Salmon Farming Heads Into Dark, Perilous Waters

Industry struggles as toxic algae and low oxygen kill off tonnes of farmed salmon

Salmon Farming Heads Into Dark, Perilous Waters
A fishing boat heads past fish farm cages in Shelburne Harbour on Nova Scotia's South Shore on Feb. 21, 2011. (THE CANADIAN PRESS/Andrew Vaughan)

The salmon farming industry may present a front of confidence and optimism, but behind the public relations image is a reality of threat and fear.

The situation in Norway—from which the industry spread to Scotland, Chile, and Canada's east and west coasts—shows the direction salmon farming is headed. It is not a healthy future.

In Norwegian salmon farms, viral diseases proliferate and sea lice are developing resistance to the pesticide of choice, emamectin benzoate (aka SLICE).

With increasing frequency, sea lice-infected farmed salmon in Norway must be bathed in a hydrogen peroxide solution to cleanse them of the parasite. This is also becoming the practice in Chile, Nova Scotia, and British Columbia.

SLICE was once allowed for use in Canada only through the Emergency Drug Release program as a treatment of last resort. But since June 2009, it has been routinely applied and is now becoming ineffective.

Although escaped farmed Atlantic salmon don't seem to be a major problem in B.C., where they are not native, in Norway and Canada's Maritimes their damage to the native Atlantic salmon may be serious and irreversible.

The Norwegian Institute for Nature Research recently tested 20,000 Atlantic salmon in 147 Norwegian rivers. It found that, in 109 of these rivers, up to 50 percent of the wild fish and up to 42.2 percent of their genes were altered by interbreeding. This genetic contamination could impair the viability of the wild fish and that would be a serious threat to wild Atlantic salmon in Canada's Maritimes.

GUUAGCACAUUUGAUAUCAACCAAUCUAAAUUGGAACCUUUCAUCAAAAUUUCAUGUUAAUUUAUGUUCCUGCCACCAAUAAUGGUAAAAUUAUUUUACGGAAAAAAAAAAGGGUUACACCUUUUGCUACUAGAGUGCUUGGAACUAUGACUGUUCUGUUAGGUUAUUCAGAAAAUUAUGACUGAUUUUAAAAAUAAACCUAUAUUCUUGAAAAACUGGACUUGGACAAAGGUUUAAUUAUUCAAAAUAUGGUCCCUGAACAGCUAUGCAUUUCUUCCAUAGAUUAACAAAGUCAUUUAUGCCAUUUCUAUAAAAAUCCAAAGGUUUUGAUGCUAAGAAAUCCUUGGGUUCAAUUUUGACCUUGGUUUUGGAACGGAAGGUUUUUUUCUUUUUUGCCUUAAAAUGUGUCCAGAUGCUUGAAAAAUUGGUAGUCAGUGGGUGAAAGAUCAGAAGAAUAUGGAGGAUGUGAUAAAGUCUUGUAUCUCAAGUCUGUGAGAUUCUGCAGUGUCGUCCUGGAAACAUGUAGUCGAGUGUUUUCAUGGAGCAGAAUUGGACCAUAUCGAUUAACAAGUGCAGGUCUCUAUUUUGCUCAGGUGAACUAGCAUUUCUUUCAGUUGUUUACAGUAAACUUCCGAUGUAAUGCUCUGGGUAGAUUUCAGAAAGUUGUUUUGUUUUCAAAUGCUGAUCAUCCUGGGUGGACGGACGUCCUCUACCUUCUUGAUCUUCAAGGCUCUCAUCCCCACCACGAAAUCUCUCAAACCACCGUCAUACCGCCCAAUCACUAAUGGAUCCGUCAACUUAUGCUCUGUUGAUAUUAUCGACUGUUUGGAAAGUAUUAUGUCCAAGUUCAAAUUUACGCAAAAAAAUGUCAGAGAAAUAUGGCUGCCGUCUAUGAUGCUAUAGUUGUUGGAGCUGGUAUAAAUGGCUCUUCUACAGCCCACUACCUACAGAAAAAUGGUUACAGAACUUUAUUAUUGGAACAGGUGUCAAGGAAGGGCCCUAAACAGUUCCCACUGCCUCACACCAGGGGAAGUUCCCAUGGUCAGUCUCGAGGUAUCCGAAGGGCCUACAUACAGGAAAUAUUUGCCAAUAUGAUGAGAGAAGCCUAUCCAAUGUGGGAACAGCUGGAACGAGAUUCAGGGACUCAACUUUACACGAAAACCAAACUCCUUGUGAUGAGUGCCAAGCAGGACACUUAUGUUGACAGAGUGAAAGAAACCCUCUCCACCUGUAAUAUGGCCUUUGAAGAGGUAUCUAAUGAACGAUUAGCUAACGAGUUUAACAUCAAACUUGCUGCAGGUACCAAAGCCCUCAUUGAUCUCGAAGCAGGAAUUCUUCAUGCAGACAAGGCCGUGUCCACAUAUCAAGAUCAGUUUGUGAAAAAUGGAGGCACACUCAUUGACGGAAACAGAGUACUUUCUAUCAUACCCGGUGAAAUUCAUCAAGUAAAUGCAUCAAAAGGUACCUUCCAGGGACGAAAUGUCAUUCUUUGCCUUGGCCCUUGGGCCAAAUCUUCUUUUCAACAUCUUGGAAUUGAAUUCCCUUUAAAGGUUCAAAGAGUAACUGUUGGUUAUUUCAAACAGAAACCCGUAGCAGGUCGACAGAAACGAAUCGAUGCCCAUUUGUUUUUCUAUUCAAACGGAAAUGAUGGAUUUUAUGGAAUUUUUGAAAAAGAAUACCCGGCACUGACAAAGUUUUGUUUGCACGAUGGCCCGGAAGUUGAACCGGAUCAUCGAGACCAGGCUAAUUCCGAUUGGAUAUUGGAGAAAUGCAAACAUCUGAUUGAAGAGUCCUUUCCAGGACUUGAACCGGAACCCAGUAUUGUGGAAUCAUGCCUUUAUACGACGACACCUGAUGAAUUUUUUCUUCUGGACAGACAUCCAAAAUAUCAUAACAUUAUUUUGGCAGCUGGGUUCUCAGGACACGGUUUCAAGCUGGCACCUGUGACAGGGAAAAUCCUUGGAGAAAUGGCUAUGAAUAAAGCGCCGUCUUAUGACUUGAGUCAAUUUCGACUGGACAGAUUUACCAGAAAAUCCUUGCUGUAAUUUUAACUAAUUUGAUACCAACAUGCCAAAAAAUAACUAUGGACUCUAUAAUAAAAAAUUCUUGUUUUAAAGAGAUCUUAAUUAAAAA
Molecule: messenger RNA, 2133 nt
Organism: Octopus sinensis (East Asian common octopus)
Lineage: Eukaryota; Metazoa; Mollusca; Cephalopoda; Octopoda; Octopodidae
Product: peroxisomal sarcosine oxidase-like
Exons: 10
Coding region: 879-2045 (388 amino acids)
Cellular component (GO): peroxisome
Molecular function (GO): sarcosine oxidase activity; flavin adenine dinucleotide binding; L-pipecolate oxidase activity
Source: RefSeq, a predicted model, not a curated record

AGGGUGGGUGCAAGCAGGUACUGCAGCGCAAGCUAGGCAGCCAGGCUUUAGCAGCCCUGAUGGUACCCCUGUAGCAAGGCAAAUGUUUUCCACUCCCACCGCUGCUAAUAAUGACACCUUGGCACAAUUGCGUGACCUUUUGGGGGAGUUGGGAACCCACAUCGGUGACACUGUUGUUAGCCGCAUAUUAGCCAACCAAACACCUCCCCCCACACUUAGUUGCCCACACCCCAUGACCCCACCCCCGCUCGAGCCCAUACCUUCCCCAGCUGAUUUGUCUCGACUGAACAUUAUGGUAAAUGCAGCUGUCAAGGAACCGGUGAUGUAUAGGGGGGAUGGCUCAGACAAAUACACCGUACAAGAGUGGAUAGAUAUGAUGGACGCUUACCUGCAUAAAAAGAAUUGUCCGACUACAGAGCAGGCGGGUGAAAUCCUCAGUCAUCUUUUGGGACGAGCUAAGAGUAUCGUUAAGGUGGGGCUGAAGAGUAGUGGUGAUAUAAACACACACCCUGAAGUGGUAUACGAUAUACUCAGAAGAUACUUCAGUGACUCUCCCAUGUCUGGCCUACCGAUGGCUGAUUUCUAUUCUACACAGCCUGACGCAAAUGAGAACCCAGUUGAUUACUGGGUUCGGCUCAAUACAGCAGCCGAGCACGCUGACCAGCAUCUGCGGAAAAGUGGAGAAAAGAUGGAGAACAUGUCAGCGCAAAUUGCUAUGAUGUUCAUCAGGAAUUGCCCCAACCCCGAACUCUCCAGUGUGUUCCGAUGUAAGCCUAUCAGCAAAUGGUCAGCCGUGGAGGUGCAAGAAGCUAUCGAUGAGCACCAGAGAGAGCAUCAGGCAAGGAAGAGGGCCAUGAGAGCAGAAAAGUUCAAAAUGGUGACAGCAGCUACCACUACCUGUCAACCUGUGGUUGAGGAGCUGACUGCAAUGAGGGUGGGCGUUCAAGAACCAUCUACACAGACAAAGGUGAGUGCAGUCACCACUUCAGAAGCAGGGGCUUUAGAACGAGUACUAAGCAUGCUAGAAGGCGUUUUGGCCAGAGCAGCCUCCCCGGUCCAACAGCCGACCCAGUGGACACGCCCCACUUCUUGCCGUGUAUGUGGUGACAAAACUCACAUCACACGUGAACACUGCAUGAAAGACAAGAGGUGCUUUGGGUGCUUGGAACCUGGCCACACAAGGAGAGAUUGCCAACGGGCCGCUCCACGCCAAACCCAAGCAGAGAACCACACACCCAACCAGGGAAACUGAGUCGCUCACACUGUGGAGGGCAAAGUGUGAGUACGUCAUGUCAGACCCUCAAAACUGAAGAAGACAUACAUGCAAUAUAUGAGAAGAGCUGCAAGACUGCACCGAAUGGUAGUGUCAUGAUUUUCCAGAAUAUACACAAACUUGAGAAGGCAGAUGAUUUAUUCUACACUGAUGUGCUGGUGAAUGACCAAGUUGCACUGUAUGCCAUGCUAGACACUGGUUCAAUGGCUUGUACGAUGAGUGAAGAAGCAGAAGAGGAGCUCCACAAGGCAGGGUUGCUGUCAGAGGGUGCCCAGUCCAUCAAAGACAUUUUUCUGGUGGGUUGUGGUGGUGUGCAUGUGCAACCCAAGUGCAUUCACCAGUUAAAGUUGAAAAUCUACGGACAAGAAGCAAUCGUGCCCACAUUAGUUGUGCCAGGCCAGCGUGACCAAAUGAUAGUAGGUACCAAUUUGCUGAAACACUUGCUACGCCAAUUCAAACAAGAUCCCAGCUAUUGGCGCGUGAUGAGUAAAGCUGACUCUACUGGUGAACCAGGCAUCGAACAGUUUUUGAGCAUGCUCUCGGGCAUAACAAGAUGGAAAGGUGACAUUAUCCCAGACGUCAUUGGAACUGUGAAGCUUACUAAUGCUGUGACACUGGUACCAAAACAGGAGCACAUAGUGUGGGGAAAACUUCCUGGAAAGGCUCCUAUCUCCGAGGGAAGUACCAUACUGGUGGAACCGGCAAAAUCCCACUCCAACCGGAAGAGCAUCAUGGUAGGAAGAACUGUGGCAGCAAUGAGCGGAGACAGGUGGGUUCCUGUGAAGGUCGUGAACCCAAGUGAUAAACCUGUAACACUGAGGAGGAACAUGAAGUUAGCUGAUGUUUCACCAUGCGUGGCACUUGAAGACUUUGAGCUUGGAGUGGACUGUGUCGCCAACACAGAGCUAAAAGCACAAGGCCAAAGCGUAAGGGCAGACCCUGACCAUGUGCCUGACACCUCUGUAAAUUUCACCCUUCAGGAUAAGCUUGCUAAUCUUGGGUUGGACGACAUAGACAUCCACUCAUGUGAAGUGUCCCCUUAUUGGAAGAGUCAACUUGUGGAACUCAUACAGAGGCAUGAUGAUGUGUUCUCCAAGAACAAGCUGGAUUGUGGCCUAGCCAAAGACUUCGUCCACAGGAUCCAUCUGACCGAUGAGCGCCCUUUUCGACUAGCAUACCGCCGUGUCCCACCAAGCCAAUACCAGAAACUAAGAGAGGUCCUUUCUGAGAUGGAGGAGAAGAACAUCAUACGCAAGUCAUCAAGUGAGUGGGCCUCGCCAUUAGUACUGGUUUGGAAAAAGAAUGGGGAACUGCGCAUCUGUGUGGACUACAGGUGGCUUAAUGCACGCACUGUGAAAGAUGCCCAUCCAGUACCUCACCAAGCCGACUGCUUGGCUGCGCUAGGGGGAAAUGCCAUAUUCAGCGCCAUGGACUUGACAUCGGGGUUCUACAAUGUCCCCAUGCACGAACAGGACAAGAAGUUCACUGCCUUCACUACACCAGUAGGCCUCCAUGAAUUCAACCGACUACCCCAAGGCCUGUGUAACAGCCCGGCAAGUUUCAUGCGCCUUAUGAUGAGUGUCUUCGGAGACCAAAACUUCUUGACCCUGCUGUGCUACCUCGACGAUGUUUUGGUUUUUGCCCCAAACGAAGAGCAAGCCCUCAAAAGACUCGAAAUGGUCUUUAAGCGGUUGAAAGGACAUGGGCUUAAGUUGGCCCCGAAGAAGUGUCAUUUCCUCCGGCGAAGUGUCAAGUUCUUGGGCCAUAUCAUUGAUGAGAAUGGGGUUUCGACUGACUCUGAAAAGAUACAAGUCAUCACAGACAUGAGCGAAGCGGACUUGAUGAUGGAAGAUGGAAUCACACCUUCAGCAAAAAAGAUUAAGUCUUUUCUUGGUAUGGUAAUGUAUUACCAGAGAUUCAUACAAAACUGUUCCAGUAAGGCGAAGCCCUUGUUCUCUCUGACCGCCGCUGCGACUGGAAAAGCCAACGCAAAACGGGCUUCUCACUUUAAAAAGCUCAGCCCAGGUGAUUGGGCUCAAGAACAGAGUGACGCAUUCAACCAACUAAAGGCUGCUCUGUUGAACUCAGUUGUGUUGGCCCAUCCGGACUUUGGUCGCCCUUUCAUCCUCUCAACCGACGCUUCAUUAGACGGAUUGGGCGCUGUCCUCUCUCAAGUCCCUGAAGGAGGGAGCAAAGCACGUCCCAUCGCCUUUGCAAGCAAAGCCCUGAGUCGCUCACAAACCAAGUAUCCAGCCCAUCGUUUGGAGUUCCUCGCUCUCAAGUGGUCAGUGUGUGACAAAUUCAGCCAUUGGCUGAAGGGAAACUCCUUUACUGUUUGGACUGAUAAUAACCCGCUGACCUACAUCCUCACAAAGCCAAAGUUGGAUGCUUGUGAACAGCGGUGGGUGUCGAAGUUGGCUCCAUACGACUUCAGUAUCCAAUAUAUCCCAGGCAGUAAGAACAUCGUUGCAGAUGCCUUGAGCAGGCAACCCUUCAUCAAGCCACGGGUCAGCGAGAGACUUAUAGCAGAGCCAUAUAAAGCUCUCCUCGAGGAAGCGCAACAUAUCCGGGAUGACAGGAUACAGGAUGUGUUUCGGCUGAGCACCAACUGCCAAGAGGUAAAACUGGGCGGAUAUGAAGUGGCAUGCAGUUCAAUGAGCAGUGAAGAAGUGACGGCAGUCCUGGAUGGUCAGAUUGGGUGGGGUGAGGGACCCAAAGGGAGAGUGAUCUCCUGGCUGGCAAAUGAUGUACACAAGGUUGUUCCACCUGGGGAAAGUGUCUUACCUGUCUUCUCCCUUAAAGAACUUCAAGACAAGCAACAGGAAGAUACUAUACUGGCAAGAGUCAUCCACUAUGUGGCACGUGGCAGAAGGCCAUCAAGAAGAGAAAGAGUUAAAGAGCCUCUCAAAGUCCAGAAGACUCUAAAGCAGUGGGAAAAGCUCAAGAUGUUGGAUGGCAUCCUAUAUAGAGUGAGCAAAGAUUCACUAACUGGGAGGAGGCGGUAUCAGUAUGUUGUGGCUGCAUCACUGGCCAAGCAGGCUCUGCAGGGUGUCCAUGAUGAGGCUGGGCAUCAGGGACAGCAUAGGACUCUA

In Chile, which does not have native salmon, about 20 percent of farmed fish are once again dying from an outbreak of the infectious salmon anemia (ISA) virus. The disease previously spread throughout its industry between 2007 and 2009, killing millions of salmon, costing the industry $2 billion, and shocking Chile's economic and social structure. Heavy antibiotic use is now promoting drug resistant super-viruses.

The latest disaster for Chilean salmon farms has been a toxic algal bloom. The "red tide" has poisoned about 2,000 kilometres of coast, killed uncounted tonnes of wild fish, contaminated shellfish, and been fatal to people and marine mammals.

This environmental catastrophe has sparked riots and allegations of criminal wrongdoing.

Chilean biologists implicate the salmon farming industry in the spread of the bloom because the supply of fecal nutrients beneath the many open-net pens promotes algal growth, and because more nutrients were added when about half of the estimated 100,000 tonnes of dead salmon were left to rot in the sea. An additional 150 million farmed salmon are now at risk from further algal blooms, the recurring ISA virus, and the ongoing sea-lice epidemic.

Meanwhile, in British Columbia, tonnes of farmed salmon in Clayoquot Sound and other facilities have died from toxic algal blooms and low oxygen conditions.

The list of B.C. problems is long and damning: uncontrollable sea-lice infections require hydrogen peroxide baths, piscine reovirus is now epidemic in farmed fish, HSMI (heart and skeletal muscle inflammation) has been found, the ISA virus and many other viruses threaten, First Nations are issuing eviction notices to the industry for trespass in their unceded territories, and scientists—the accumulating evidence suggests—are getting closer to linking salmon farms to the transfer of viral infections to wild salmon.

The threats to salmon farming are real and growing, and the environmental threats the industry represents are similarly bleak.

Ray Grigg is the author of seven internationally published books on Oriental philosophy, specifically Zen and Taoism.

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